It was 1994 and I was a nerdy, young, first-time novelist. (Things haven’t changed that much, just my age and the number of lines on my face.) Back then, though, I was just learning the ropes of the book world, trying to appear semi-professional and constantly terrified of embarrassing myself.
One Saturday afternoon, I found myself at Chicago Comic Con, sharing a long signing table with a dozen or so other mid-list horror and science fiction authors. The table was prominently positioned in the cavernous lobby of the Rosemont Horizon and we all had our little paperback originals with their foil covers of demonic children propped up in front of us like at little lemonade stands. I will never forget, as long as I live, the moment that the diminutive man with the aviator glasses and razor-sharp part in his hair appeared like an avatar in the glass entranceway a hundred feet away.
I recognized him immediately. The brief time that it took him to enter the facility, notice our table and come over to say a few words seemed to last an eternity. My heart raced as he slowly approached with the swagger of an intellectual gunslinger. I knew him from the many readings, signings and public appearances he had made over the years. I thought of all the honors he had accumulated in his long and winding career?—the multiple Hugos, Edgars, Nebulas, Bram Stokers and Writers Guild of America awards. I thought of the withering sarcasm and brutal honesty he bestowed upon friend and enemy alike. I thought of the super-cool Borscht-belt comedian provocateur image he cultivated.
For God’s sake, this was the man who not only created the greatest episode of “Star Trek” ever written, but also had been a contestant on “The Dating Game.”
The closer he got to the table, the more I became mesmerized by his face (and more convinced than ever that he would barely notice me). I studied that boyish, old-soul visage, those mischievous eyes. For some reason, as he drew nearer and nearer to my little pathetic corner of the Kool-Aid stand, I started ruminating about his genius. I thought of his masterworks: “A Boy and His Dog,” “I Have No Mouth and I Must Scream,” “Paladin of the Lost Hour” and “Mefisto in Onyx.” A master of the miniature epic, he was the greatest short story writer in the English language.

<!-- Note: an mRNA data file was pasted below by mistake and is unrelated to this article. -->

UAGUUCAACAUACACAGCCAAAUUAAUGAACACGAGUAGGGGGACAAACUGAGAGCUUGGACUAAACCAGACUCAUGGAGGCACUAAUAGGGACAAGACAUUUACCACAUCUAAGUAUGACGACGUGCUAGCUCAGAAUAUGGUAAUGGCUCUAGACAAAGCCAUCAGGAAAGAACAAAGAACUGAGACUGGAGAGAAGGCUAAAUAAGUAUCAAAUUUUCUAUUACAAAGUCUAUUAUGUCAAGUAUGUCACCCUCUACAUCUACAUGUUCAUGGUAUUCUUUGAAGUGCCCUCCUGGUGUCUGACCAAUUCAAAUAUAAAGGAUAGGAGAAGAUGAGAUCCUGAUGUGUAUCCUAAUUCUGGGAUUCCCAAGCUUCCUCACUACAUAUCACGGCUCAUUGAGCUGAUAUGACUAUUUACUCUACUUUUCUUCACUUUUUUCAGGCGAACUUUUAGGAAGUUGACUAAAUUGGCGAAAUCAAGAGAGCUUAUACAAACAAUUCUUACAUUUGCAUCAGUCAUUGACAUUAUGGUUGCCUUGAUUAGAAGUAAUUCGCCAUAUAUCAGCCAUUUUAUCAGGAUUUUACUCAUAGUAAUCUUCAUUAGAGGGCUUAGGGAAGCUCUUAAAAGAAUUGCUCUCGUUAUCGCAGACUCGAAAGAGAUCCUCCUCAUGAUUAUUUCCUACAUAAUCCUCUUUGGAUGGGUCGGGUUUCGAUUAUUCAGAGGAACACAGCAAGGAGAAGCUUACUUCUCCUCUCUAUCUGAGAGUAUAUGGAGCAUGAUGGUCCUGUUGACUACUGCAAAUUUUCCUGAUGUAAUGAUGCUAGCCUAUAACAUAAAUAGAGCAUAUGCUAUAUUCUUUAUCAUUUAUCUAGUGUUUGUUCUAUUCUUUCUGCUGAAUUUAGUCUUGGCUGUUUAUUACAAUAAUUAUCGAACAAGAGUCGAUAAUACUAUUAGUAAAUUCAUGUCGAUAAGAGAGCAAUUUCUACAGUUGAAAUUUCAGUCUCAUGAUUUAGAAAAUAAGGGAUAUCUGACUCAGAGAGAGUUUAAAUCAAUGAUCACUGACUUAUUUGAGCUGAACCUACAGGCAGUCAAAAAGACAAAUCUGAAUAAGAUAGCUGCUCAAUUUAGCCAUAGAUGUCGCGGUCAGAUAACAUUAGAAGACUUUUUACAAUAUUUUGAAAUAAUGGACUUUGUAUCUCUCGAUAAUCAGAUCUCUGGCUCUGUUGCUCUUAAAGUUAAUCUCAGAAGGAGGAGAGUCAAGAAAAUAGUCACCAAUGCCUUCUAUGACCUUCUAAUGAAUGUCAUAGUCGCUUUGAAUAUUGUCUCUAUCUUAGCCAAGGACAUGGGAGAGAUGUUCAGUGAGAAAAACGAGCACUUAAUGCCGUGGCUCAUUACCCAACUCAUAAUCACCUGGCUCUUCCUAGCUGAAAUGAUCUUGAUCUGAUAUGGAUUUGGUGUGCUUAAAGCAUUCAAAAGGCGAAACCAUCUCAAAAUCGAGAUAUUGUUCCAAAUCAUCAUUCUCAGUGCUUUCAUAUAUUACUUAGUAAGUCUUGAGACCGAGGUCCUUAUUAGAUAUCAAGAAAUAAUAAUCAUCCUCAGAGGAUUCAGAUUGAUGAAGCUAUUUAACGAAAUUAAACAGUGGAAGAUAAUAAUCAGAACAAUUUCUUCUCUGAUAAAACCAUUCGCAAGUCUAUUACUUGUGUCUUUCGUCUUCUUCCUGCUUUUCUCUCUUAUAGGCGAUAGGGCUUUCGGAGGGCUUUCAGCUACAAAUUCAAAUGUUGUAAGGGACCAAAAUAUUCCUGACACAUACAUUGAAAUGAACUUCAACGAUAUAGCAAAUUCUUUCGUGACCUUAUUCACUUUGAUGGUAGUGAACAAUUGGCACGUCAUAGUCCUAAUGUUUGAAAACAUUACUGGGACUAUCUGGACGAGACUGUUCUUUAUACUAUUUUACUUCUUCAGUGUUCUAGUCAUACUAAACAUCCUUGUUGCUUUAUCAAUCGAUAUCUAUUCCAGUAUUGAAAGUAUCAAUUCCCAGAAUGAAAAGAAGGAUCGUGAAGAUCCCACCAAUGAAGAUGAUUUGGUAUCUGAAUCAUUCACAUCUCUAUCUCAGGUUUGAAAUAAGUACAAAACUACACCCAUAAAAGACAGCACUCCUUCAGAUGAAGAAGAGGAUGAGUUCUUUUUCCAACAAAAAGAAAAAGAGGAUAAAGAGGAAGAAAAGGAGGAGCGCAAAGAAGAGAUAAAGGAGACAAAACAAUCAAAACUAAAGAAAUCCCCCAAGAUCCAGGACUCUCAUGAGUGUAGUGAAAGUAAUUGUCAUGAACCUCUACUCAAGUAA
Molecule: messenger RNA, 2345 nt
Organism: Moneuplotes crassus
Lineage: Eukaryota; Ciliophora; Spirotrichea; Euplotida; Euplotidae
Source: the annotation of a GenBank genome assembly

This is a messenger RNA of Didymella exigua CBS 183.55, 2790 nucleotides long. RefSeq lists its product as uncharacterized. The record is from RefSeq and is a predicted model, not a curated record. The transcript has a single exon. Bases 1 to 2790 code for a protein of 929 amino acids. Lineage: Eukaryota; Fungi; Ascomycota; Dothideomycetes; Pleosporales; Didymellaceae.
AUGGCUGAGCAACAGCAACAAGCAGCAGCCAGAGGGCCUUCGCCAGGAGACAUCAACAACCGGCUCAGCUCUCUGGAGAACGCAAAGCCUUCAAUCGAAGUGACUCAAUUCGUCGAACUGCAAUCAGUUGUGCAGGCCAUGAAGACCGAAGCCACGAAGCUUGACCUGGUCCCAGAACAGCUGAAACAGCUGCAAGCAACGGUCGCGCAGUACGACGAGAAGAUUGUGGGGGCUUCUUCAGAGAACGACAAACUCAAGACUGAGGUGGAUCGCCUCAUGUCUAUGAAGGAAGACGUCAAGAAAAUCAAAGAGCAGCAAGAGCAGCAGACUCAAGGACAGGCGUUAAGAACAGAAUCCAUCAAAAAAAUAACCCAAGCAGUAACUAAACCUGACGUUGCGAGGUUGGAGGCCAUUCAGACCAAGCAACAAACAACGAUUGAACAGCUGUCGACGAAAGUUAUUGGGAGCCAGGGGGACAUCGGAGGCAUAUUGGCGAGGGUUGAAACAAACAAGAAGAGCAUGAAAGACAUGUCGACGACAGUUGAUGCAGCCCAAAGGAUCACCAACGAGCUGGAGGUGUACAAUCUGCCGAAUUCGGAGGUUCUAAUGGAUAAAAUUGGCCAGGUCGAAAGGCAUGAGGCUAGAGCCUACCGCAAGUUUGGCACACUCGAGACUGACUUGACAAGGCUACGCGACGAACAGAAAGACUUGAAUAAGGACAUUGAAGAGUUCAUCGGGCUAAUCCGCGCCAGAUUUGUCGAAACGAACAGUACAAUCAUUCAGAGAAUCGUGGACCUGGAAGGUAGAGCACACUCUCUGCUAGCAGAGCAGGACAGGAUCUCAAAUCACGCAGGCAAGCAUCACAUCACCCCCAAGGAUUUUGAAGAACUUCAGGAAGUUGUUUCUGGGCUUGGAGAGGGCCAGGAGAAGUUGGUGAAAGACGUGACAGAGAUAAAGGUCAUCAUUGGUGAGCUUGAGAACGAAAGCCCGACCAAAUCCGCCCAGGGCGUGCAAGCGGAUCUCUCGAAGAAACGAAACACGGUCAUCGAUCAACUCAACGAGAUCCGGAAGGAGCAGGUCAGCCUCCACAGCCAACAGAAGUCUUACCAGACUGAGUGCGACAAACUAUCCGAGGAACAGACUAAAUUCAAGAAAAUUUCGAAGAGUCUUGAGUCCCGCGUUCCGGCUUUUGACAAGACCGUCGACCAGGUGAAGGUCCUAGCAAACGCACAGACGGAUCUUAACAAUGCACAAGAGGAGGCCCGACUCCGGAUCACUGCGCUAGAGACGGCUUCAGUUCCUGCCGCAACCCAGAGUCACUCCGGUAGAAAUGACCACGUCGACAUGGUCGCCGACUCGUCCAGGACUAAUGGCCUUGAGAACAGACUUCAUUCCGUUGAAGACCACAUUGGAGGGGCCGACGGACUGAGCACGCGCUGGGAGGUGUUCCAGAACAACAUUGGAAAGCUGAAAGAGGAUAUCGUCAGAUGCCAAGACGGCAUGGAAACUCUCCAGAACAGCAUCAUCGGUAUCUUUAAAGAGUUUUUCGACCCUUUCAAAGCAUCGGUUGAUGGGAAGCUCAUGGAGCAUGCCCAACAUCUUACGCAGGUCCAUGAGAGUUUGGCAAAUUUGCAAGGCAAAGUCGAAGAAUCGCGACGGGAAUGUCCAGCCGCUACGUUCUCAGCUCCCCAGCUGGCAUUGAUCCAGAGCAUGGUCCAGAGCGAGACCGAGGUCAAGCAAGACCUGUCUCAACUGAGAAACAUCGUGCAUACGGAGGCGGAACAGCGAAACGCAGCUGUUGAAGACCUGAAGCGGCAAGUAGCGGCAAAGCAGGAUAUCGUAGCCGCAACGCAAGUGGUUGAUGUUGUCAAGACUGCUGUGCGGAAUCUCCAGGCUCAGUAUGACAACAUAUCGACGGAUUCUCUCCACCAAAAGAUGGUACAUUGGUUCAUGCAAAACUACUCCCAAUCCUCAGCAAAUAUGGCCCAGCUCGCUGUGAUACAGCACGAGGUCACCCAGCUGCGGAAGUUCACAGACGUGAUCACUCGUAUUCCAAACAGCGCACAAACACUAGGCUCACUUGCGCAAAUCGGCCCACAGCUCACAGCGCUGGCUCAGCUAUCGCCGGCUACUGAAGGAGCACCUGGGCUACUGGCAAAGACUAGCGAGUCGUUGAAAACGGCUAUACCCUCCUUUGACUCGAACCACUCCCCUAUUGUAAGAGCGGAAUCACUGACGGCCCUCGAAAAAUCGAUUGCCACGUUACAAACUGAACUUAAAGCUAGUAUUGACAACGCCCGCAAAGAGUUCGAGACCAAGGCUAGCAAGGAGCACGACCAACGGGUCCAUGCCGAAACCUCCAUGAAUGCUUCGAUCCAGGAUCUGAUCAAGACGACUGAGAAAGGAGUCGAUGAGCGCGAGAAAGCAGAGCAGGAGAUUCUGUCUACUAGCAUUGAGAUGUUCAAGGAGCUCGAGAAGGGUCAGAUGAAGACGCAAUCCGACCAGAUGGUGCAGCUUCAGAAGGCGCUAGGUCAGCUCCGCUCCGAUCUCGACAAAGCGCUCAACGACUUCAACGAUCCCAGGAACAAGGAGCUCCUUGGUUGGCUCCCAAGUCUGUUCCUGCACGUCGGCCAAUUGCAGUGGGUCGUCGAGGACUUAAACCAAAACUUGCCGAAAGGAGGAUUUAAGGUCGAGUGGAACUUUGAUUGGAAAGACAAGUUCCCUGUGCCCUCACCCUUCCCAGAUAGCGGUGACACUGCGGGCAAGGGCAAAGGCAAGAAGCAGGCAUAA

Thinking back, I conclude that he transcended the genres in which he worked by doing one simple, beautiful thing in every word, every sentence and every paragraph that he crafted like no other: He told the truth. His truth. Our truth. Often cruel… but as inevitable as rain. It’s there in openings such as, “As if emerging from a dark dream, it suddenly occurs to me that I’ve spent at least half my life looking for my father.” And it’s there in these devastating last lines of “Jeffty is Five”—
“It’s a good world, all things considered. It’s much better than it used to be, in a lot of ways. People don’t die from the old diseases any more. They die from new ones, but that’s Progress, isn’t it?
Somebody please tell me.”
I’ll always remember that day at the Chicago Comic Con, in that drafty, noisy lobby, when Harlan Ellison finally sidled up right in front of me. This was Harlan-Effing-Ellison, the greatest short story writer who ever lived, standing inches away from me and gazing down at my little modest paperback.
“The Black Mariah?” he said and just hearing the title of my book enunciated in his trademark gruff Yiddish fast-talk gave me goose bumps. He picked up my book and took a closer look. “They sent me an advance copy of this thing… and I read it.”
From my seat I gaped up at him. I was probably breathing through my mouth. “Y-you read my book?” I marveled.
“Yeah, it wasn’t bad.”
I slowly stood up, grabbing my chest and feigning a heart attack. “You liked my book? You—Harlan Ellison—actually liked my book.” I imitated Redd Foxx (I’ll pause for you millennials to Google Redd Foxx). “I’m coming, Elizabeth. This is the big one. I’m coming to join you, Honey.”
All through my humiliating display, Harlan Ellison simply stared at me and waited for me to finish. When I ran out of breath, he just looked at me and shrugged and said, “I just said I liked it… I didn’t say it was ‘Les Misérables.’”
Harlan Ellison told me the truth. He told the truth to everyone in his life, friend or fan, faithfully, habitually, in his work, in his art. He wrote fiction, mostly, some of it the wildest, most imaginative fantasies ever wrought, but his fiction was the truth beneath the surface. Uncompromising. Relentlessly, stubbornly original. Heartbreaking in its humanity. Savage in its frankness. Ellison was the Jackson Pollock of anger and the Henny Youngman of veracity. I idolized him… as a mentor, an inspiration, a role model. I also considered him a friend.
Back when we still used answering machines, I would come home from work and once in a while there would be a message for me that always started, “Bonansinga? Ellison here. I wanted to ask you if….” And he would always need some piece of literary or film minutiae—some injustice that needed to be rectified—and I would always keep the recording and play it for my friends, who were equally smitten with Harlan.
To paraphrase Edwin M. Stanton in response to Lincoln’s passing, Harlan now “belongs to the ages.” But his work will live on, continuing to tell the truth to each successive generation of readers. But as Harlan would probably say, it would never be “Les Misérables”… but it was not bad, not bad at all.